Status Report

Dispatch from Mars Society Arctic Expedition – Robert Zubrin July 12, 2001

By SpaceRef Editor
July 12, 2001
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We held a morning meeting after breakfast and then set things in motion for a very involved three person EVA.

Crew morning briefing.

Crew morning briefing.

The plan was to deploy Vladimirs’ geophone flute on Haynes Ridge under Mars mission EVA constraints and then fire it up to engage in subsurface seismic exploration. The team would be Vladimir, Katy, and I; the same group that had trained with the instrument while we were out of the simulation two days ago. The EVA would be quite complex because the geophone flute consists of 24 sensors and a trigger placed into the ground at 4 meter intervals along a 100 meter line (it is this row of holes in a line that has given the system the “flute” name). All this would be wired together along with a computerized data acquisition system that needs to be programmed in the field. Collectively the apparatus weighs over 300 lbs.

It took us about 40 minutes to get suited up and out of the airlock. Then we loaded the equipment into an ATV trailer and trundled off across Haynes Ridge. The weather was cold with a light drizzle that wetted the outside of our helmets and impaired visibility somewhat. Fortunately we had taken care to soap the inside of our helmets, and so avoided fogging. Upon reaching the selected site, we first laid out a 100 meter tape measure in a roughly north-south direction. Then we scraped away rocks to push each of the 24 sensors about 6 inches into the ground. Following that, we unspooled heavy wire cables 50 meters in each direction from the center, after which we hooked up all the sensors using a series of connectors. The trigger was then enplaced, and all the wires rigged up to a battery and computer data system located near the sensor array midpoint. Then we turned the computer on. The power indicator glowed but no display showed.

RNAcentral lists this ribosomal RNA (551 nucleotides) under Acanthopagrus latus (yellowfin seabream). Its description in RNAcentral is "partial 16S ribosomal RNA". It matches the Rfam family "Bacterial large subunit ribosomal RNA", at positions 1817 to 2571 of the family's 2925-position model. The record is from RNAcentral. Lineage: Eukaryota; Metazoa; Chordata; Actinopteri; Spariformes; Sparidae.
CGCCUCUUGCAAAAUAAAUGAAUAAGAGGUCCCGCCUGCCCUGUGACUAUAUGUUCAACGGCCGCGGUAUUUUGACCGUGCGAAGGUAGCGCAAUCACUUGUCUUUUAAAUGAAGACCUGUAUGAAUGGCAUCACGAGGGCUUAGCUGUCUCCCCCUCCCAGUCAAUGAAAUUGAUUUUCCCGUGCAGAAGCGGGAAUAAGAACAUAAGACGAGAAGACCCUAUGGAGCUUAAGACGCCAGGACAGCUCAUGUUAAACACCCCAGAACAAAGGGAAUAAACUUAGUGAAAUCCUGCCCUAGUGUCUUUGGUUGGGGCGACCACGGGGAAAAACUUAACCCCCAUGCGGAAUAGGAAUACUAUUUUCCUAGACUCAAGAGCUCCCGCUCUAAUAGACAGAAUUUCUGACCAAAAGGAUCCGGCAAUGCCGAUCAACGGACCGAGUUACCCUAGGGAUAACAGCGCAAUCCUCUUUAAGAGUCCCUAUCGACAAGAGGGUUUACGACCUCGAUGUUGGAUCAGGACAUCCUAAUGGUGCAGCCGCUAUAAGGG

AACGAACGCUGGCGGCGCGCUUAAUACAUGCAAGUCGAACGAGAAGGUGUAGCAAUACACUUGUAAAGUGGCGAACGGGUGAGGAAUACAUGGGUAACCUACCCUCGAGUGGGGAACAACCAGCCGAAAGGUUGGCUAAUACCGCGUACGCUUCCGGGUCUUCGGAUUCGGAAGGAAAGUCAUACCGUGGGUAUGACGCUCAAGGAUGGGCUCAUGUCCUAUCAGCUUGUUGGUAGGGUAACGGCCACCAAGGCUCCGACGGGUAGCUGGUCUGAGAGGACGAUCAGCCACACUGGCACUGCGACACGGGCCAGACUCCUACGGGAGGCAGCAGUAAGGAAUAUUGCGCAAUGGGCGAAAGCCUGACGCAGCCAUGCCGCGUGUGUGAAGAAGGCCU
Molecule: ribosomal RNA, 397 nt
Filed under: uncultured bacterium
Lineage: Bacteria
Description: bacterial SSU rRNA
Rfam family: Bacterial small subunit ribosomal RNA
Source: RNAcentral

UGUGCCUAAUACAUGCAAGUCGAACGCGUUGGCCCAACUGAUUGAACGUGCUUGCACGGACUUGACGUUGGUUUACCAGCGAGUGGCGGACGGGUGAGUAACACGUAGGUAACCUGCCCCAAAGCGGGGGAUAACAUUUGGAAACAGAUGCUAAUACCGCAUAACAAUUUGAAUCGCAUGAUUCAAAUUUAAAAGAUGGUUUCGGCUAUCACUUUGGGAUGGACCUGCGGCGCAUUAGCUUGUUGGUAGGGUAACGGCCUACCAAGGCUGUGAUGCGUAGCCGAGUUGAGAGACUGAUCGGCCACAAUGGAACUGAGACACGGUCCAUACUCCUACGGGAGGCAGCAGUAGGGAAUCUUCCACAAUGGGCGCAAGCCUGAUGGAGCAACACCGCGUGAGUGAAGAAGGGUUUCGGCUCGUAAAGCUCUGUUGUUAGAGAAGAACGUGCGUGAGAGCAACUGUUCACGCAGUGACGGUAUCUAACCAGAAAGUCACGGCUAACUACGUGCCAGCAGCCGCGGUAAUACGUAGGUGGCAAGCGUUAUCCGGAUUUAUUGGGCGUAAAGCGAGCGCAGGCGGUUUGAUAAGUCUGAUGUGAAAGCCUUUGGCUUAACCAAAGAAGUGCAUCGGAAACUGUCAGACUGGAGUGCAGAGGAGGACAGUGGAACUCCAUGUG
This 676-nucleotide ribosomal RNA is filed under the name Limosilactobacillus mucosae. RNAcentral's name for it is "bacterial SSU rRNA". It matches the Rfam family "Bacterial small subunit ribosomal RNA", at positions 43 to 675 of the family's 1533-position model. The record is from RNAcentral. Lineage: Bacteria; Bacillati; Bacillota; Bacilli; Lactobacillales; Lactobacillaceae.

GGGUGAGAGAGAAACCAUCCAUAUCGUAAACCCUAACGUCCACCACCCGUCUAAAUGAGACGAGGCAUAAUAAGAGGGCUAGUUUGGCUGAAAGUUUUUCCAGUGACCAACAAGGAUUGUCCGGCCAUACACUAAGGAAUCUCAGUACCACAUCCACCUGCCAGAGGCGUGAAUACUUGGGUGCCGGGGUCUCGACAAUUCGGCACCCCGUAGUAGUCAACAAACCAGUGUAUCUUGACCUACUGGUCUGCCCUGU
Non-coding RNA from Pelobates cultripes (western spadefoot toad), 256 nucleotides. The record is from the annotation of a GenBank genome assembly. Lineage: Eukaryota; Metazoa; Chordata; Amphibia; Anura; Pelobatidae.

This was a real problem. The geophone flute must be programmed with certain initial conditions each time it is set up, and it is also necessary for the computer operator to use data generated in real time to interact with the person causing the seismic signals if useful results are to be obtained. Neither of these essentials would be possible if the data display could not be read in the field. Peering at the display very closely I realized that the screen actually was turned on, but was too faint to be read in outdoor light, especially given the added visual degradation caused by our wet helmets and the presence of rain water on the computer screen. There was a brightness control in the computer, but it was digital, not analog. In order to be able to brighten the screen you had to be able to read the screen. Catch 22.

I had some unprintable thoughts about engineers who design systems this way, and I believe my compatriots spent a moment in similar reflection. Then we set about finding a solution.

We returned from a sucessful 5 hour EVA deploying and using Vladmir's geophone flute on Haynes Ridge about 45 minutes ago.

We returned from a sucessful 5 hour EVA deploying and using Vladmir’s geophone flute on Haynes Ridge about 45 minutes ago.

The answer we hit one was to pull the large foam panels out of the geophone’s storage box and create a dark enclosure around Vladimir and the computer. Under these conditions he was able to make out the pale letters on the scrreen and increase the brightness and contrast to program the thing and proceed with the experiment.